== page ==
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Economy in Brief

More QE from the BoE
by Andrew Cates  June 18, 2020

The Bank of England’s (BoE) decision to expand its quantitative easing programme today by £100bln was not a big surprise for financial market participants. The incoming dataflow in recent days has offered an unambiguously bleak picture of the UK economy. For example, in the labour market the claimant count measure of unemployment rate spiked up to 7.8% in May, that's more than double the rate of 3.5% recorded in March. And this combined with another big fall in private sector wages which are now down by some 4% since the start of the year (see first chart). Household income generation will be key to how any economy recovers from the Coronavirus in the coming months. While the UK government's recent decision to extend its job retention scheme – designed to support firms and laid-off workers – to October has been welcomed, the underlying weakness of the labour market and the impact this has had so far on wage formation are clearly a concern.

This week's news on the broader inflation front may also have been greeted with some disquiet by BoE officials. The headline CPI print, for example, fell from 0.8% in April to 0.5% in May and with underlying details that suggest weaker demand and excess capacity are taking their toll (see second chart). There are admittedly some good reasons for being a little circumspect about some of this inflation data. Hotels and catering – sectors which have naturally been severely affected by the UK's lockdown - took a big slice off core inflation in May, for example. Yet there are big problems in how statisticians are collecting and recording price data from sectors such as these at present.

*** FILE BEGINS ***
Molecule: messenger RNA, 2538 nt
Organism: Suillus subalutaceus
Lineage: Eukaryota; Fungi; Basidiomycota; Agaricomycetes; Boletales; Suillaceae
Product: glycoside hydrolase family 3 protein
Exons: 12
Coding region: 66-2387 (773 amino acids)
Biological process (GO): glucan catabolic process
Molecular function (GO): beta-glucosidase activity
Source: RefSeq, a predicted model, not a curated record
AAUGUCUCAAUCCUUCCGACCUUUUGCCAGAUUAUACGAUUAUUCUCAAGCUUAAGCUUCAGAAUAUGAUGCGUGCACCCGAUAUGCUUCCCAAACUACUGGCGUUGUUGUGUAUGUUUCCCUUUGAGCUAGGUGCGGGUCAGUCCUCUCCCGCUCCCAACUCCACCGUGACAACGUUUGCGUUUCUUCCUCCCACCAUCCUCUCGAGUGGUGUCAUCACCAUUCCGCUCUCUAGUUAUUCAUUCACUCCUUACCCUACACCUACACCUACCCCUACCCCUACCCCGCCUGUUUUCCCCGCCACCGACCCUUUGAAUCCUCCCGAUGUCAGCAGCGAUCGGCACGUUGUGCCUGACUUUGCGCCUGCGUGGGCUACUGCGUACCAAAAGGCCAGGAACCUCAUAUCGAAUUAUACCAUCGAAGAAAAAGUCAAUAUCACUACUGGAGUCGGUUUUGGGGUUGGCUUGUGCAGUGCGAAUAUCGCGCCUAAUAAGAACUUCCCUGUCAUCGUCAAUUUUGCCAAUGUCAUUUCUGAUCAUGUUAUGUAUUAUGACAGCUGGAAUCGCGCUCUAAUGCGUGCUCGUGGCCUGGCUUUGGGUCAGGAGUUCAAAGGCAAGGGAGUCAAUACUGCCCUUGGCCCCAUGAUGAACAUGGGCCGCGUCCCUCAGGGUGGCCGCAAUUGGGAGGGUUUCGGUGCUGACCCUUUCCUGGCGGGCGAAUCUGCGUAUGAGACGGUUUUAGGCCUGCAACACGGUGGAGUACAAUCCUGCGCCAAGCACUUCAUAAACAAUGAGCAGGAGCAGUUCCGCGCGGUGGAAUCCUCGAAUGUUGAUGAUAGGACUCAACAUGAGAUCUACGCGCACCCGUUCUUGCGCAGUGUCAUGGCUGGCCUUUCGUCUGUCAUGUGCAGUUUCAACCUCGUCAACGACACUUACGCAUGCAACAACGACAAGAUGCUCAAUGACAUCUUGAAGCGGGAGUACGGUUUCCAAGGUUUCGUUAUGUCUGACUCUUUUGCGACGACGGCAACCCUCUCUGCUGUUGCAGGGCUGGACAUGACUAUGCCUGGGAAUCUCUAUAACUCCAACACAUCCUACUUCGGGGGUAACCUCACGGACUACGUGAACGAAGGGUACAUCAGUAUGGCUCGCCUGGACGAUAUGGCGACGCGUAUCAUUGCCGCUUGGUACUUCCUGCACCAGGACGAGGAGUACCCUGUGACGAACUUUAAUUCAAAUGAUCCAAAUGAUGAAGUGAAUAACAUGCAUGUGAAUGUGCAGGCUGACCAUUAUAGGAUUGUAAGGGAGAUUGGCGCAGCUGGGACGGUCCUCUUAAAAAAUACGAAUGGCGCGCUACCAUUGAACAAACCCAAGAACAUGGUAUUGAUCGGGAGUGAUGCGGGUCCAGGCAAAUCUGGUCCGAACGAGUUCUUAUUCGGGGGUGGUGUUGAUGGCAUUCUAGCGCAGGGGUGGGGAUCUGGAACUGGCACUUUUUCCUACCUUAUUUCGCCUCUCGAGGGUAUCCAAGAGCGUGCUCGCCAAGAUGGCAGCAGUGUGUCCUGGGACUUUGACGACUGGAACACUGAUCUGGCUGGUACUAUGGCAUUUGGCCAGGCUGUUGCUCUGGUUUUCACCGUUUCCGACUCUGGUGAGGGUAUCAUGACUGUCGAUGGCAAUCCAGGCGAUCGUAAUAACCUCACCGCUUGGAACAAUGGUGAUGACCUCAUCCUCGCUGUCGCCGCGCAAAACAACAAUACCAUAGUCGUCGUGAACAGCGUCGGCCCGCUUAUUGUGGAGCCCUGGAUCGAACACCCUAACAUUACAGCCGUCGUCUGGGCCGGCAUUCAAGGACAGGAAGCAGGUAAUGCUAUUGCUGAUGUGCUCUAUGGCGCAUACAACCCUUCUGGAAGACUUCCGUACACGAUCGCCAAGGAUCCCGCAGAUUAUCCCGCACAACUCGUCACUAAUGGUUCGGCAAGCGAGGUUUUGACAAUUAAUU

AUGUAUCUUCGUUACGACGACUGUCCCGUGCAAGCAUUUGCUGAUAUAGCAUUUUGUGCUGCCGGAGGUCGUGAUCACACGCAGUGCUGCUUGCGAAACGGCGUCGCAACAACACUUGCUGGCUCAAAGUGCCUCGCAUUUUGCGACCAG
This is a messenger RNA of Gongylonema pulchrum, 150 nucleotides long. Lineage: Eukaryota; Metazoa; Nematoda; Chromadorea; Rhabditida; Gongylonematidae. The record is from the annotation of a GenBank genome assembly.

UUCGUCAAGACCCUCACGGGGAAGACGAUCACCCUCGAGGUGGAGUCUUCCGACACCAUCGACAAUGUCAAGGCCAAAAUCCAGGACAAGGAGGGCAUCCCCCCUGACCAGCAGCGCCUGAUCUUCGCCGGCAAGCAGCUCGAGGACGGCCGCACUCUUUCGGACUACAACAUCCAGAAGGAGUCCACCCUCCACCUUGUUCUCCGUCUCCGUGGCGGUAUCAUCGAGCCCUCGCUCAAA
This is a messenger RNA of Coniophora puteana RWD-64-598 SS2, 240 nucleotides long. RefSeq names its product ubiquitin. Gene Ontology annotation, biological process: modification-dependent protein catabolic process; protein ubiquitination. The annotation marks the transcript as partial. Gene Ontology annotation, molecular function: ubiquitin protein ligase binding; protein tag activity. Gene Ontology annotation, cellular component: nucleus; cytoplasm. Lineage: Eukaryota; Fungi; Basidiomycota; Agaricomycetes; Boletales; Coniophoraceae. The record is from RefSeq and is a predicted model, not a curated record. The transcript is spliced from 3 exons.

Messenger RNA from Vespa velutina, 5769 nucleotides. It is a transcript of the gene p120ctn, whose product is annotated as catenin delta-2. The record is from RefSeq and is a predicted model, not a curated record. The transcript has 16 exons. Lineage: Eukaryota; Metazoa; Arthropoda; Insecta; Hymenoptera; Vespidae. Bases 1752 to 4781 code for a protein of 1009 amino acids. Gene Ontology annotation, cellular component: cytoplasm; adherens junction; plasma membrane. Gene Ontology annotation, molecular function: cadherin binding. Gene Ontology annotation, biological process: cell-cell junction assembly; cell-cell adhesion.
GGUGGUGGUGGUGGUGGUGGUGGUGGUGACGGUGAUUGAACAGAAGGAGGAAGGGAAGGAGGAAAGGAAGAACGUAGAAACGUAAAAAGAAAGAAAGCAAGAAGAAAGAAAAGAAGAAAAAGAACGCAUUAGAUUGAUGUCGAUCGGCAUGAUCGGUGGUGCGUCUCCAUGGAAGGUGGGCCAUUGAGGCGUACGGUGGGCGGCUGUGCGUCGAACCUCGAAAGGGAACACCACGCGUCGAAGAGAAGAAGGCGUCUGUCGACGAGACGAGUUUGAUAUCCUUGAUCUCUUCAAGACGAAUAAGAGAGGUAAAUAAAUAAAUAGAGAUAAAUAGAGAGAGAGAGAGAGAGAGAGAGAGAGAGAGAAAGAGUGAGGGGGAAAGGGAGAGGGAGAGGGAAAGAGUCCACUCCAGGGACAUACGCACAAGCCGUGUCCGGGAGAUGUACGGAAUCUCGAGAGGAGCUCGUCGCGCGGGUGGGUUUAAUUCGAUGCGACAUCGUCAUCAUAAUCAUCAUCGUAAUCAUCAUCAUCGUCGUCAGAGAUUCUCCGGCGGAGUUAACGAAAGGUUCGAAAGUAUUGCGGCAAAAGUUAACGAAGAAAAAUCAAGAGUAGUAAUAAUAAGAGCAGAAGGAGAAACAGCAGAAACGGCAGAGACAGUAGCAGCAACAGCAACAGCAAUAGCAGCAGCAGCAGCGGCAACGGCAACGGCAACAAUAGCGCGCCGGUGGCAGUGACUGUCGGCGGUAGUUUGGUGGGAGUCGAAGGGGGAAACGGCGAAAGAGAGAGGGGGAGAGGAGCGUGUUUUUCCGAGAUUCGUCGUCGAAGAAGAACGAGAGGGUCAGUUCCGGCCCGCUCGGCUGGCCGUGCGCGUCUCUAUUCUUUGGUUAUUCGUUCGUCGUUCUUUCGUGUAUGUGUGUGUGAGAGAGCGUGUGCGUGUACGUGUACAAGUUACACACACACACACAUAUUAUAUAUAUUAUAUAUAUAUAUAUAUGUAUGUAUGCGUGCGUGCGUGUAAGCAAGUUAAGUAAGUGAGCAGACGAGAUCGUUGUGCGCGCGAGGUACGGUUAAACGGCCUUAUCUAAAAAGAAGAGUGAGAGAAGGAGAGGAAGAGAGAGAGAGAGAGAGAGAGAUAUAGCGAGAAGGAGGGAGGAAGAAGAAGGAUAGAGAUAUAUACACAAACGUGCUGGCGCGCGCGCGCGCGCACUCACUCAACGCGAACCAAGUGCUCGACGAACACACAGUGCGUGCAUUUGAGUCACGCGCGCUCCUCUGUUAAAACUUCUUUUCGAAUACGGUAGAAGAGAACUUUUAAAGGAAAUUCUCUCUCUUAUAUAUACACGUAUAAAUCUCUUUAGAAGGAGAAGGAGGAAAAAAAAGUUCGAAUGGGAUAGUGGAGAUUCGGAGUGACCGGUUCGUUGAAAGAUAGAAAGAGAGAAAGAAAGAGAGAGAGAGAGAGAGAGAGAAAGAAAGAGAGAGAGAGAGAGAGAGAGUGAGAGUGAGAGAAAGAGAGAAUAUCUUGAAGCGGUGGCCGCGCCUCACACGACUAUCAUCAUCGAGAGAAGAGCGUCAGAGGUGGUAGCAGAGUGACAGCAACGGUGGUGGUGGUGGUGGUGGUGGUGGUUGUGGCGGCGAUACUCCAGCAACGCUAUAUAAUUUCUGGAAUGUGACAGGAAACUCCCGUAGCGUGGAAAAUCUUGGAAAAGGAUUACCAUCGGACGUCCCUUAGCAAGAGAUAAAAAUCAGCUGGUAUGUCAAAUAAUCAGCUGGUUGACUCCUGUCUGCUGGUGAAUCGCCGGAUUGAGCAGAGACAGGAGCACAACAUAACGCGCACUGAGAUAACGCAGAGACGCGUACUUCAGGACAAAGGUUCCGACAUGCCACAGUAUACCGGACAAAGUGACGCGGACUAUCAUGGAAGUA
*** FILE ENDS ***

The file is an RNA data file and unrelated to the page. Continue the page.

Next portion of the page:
Nevertheless what's harder to dispute is how the UK's economic plight is generating a sizeable retreat in the public's inflation expectations. This week's survey from the BoE showed the biggest decline in longer-term inflation expectations on record as well as an outsized decline in 2 year ahead expectations (see third chart). The heightened risk that those expectations unhinge further to the downside was clearly one important reason why the BoE acted to shore up the economy with further asset purchases.

In other UK news this week non-essential shops re-opened. Plans for the leisure and hospitability sector to re-open in early July in the meantime remain intact. Combined with the sizeable degree of fiscal and monetary policy stimulus that's already been enacted there are some good reasons for believing the incoming growth (and inflation) data will improve from here. Still, as already articulated, household income generation arguably holds the key and a return to normality in the labour market remains difficult to foresee in the immediate months ahead.

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